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The Colt Woodsman, introduced in 1915, was the premier – and really the only serious – option for the competitive target shooter into the 1920s when the Walther company decided to introduce a competitor. Walther needed a product to bring business, of course, and the Versailles treaty prohibited it from manufacturing military arms. So, with the flexibility and responsiveness that the company often exhibited, it decided to enter the competition pistol market in 1925 with the Olympia.
This was a semiautomatic, .22 Long Rifle caliber pistol with a 10-round magazine. It was a simple blowback action, with large precise sights and a quite nice feel to the grip. It was not quite the equal of the Woodsman in international competition, but still a strong second-place contender on the market.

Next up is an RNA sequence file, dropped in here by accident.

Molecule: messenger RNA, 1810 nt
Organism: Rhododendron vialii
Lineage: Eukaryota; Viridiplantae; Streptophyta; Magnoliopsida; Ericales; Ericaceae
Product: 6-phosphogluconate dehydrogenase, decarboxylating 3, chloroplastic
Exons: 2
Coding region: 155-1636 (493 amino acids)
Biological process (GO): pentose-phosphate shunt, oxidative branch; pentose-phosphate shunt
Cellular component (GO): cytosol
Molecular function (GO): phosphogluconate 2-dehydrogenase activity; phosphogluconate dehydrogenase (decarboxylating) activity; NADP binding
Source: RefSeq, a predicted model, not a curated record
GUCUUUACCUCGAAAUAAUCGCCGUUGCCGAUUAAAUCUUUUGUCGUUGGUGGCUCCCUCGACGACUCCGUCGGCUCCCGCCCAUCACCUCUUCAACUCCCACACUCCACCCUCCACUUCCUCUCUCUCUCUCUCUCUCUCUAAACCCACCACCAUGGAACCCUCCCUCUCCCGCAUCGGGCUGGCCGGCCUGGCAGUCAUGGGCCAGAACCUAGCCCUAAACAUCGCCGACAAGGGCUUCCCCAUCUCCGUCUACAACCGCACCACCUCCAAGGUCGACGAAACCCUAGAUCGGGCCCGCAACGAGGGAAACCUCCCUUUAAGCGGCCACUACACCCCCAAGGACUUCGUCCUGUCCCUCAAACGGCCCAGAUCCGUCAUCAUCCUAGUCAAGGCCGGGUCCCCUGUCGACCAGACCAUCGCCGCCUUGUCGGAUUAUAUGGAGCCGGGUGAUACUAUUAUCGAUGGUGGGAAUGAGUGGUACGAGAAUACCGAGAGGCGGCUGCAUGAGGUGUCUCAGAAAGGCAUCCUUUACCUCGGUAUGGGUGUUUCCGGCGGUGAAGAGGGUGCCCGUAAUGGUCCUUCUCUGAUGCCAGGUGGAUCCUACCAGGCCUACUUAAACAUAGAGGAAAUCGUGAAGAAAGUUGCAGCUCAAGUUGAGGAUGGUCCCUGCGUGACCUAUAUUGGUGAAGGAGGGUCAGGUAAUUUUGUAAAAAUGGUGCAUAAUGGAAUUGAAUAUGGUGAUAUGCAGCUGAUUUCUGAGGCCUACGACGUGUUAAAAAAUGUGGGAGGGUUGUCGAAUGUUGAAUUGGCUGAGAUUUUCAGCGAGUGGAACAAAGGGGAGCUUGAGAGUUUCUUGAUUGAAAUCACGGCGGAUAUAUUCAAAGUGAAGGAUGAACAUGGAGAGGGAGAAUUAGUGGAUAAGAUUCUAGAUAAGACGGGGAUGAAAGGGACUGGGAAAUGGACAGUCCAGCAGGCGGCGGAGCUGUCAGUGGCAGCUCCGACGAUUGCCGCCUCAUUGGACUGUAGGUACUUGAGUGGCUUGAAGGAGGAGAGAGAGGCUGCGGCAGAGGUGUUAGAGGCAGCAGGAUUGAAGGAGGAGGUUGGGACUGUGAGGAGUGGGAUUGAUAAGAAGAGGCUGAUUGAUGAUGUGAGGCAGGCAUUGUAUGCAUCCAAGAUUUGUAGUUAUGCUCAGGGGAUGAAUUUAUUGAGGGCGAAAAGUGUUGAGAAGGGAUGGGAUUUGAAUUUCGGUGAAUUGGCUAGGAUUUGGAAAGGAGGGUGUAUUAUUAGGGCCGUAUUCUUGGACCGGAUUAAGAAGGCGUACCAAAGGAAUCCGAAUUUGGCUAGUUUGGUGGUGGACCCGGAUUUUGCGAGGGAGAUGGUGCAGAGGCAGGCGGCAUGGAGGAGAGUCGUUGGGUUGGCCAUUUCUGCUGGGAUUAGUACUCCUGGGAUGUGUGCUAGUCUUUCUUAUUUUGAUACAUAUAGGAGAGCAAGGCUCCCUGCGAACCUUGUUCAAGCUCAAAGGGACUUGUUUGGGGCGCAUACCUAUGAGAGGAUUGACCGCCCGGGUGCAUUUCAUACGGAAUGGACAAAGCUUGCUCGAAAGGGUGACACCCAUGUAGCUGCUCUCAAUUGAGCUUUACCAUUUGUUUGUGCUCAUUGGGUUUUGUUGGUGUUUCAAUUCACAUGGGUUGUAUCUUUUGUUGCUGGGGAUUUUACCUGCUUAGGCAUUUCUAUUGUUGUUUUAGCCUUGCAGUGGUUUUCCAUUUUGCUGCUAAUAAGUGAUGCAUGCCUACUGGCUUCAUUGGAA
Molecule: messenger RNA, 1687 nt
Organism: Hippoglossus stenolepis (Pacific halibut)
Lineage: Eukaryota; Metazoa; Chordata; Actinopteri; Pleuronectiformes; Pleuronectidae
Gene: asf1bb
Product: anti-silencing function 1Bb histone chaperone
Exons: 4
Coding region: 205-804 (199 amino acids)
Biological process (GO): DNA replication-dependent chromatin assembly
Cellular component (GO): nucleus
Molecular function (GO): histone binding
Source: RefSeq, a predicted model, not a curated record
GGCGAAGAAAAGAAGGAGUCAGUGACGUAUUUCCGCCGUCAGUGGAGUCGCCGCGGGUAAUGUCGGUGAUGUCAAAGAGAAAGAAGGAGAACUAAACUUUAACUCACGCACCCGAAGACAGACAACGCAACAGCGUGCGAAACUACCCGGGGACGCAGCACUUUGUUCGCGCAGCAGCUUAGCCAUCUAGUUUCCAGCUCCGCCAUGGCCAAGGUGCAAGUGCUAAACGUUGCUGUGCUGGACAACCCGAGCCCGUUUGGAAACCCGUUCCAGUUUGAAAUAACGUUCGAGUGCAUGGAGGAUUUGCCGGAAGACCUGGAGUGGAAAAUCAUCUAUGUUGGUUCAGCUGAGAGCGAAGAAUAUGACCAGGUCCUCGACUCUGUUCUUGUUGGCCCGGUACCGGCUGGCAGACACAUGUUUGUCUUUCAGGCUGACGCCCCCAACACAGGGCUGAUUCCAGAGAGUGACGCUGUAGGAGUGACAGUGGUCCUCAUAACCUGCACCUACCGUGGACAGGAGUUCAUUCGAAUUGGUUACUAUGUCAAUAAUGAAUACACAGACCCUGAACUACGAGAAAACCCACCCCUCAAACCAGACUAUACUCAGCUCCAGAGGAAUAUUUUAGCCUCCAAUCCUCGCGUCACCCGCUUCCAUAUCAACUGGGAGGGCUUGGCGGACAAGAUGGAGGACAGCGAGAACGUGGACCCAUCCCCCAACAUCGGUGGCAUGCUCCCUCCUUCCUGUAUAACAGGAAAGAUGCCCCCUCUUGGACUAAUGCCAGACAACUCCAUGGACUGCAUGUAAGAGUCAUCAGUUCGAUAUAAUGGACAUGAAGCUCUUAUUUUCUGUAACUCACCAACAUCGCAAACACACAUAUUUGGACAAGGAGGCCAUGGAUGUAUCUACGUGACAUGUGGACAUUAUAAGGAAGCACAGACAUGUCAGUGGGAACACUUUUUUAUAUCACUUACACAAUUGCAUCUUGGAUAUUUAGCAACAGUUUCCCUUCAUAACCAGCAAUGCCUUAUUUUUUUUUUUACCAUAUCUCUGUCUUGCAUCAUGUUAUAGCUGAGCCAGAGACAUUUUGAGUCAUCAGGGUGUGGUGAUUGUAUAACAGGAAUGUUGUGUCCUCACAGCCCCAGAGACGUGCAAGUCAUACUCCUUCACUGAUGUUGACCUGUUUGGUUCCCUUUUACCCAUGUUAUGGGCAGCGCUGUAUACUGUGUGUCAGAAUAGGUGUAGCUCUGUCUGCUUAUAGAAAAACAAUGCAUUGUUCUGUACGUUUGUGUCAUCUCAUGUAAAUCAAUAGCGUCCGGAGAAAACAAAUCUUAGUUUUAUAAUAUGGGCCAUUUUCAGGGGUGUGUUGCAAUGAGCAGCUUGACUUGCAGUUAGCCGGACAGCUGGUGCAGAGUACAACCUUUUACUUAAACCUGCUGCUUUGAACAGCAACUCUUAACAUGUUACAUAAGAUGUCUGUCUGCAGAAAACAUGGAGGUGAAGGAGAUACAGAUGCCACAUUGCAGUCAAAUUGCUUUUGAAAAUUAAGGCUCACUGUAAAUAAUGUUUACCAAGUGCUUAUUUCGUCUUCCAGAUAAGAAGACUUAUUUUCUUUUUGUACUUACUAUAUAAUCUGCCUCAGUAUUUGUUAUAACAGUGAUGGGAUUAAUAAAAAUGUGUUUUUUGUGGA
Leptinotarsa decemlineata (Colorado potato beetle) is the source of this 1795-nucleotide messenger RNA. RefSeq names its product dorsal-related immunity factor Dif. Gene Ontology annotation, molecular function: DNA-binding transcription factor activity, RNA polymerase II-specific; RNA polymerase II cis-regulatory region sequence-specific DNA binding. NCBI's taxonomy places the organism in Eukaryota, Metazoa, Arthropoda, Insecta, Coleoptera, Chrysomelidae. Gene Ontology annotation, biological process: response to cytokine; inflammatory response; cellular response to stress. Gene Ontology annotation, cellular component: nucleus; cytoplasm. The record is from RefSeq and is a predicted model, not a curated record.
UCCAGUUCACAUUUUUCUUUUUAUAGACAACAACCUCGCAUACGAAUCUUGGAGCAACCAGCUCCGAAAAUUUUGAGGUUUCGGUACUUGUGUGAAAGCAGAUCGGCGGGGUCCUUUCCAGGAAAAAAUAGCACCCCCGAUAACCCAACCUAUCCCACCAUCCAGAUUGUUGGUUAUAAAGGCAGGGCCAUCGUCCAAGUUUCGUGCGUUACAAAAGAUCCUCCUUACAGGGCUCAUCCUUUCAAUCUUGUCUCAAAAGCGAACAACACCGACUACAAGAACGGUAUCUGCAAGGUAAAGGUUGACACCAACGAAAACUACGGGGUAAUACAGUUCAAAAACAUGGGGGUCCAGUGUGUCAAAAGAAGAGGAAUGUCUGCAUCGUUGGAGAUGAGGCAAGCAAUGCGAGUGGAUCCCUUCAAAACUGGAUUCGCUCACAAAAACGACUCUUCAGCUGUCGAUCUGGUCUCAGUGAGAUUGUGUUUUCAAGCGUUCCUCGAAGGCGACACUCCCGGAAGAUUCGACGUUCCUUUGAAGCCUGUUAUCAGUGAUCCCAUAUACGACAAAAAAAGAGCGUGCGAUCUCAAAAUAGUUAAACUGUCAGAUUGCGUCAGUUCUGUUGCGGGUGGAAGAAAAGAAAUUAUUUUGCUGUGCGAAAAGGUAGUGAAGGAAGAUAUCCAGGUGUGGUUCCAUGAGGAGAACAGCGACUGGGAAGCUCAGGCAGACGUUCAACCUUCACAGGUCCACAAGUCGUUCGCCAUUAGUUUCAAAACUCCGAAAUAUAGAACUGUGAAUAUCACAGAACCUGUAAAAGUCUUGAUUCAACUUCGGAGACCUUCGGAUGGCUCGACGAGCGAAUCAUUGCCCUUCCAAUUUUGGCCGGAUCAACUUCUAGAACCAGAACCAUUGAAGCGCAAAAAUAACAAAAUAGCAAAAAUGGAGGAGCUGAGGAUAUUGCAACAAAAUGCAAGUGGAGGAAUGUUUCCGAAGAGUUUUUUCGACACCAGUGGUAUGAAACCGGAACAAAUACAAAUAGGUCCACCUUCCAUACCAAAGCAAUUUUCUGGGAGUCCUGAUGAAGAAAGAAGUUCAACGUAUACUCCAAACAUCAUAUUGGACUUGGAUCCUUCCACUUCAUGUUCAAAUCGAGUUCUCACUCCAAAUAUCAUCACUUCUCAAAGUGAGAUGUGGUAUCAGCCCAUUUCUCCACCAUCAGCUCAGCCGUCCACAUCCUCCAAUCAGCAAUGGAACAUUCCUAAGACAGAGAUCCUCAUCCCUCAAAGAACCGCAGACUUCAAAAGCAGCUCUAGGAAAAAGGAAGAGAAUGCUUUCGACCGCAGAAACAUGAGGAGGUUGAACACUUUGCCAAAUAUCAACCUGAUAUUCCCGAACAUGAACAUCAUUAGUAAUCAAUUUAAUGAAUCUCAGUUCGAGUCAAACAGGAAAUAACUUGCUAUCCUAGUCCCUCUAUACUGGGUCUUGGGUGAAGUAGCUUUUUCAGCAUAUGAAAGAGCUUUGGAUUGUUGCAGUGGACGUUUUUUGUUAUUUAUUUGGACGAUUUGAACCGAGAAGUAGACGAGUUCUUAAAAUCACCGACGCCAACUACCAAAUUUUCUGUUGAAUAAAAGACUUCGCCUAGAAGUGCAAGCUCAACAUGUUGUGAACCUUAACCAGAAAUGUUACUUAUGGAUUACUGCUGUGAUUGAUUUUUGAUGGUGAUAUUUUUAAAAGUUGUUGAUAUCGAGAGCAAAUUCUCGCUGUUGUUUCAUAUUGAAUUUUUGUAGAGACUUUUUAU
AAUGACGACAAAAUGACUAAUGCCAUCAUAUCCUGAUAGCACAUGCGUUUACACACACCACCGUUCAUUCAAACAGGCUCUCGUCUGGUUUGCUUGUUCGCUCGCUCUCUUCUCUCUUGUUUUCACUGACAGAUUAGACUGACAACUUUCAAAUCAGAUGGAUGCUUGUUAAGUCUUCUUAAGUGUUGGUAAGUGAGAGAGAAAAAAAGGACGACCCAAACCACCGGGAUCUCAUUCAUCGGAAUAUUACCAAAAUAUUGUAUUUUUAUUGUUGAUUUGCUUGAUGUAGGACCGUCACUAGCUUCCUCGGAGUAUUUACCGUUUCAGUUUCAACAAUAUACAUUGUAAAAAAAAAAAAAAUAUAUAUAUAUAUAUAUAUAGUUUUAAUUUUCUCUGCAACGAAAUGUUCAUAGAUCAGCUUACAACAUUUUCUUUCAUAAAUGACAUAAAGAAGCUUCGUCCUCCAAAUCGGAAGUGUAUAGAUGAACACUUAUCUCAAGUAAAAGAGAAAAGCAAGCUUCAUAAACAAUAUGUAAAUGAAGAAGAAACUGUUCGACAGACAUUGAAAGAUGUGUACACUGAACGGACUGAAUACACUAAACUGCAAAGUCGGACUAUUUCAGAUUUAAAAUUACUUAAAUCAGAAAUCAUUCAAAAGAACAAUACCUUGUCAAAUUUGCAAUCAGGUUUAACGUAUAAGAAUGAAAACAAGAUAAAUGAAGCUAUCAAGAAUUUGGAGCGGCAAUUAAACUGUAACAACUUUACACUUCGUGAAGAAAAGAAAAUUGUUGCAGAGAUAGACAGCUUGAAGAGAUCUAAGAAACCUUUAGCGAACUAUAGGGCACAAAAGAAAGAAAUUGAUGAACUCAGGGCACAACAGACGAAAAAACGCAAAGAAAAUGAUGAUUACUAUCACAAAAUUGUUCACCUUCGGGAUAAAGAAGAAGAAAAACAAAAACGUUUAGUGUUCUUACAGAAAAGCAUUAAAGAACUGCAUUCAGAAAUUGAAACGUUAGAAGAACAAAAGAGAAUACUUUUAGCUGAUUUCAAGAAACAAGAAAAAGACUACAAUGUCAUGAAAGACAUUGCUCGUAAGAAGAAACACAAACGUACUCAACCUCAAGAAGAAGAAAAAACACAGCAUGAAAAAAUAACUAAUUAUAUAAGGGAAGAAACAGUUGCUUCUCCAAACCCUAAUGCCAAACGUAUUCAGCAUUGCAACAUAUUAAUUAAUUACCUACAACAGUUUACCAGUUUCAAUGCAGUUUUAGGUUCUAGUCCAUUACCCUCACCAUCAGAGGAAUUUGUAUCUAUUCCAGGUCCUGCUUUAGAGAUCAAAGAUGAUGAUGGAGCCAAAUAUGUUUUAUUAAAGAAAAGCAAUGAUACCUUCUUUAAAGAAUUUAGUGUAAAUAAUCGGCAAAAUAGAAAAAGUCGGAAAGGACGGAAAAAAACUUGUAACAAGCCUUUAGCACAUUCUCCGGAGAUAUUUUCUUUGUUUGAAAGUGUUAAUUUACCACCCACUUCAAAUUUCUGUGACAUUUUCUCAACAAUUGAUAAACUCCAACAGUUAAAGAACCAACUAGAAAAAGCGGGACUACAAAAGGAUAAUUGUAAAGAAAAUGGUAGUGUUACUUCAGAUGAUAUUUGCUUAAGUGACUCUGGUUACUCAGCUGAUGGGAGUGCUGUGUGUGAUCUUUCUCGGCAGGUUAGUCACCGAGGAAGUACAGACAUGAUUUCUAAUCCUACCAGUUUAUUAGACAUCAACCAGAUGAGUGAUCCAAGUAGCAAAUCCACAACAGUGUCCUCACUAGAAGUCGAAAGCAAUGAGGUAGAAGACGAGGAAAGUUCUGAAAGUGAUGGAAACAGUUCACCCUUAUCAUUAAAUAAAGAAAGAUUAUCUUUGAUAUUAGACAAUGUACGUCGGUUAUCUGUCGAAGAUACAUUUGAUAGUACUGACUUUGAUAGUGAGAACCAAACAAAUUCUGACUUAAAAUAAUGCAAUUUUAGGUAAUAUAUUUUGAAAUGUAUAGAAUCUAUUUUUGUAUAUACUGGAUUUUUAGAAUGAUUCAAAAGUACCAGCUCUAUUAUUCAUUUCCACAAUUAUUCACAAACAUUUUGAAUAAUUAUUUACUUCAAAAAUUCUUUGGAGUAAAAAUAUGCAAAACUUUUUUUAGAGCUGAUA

Always looking to improve and respond to customer desires, Walther began to experiment with changes to the Olympia in the early 1930s, and in 1936 introduced a brand new version. This new Olympia offered, among other improvements, the option to add barrel weights, and it became an even more serious competitor for the Woodsman.
Today we will be looking at a large selection of Olympias, showing you all the different variations of both the 1925 and 1936 models as well as some transitional guns from Walther’s experimental period.
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At Forgotten Weapons I think the most interesting guns out there are the most obscure ones. I try to search out experimental and prototype weapons and show you how they work, in addition to more conventional guns that you may not have heard of before. You’re much more likely to find a video on the Cei Rigotti or Webley-Fosbery here than an AR or Glock. So, do you want to learn about something new today? Then stick around!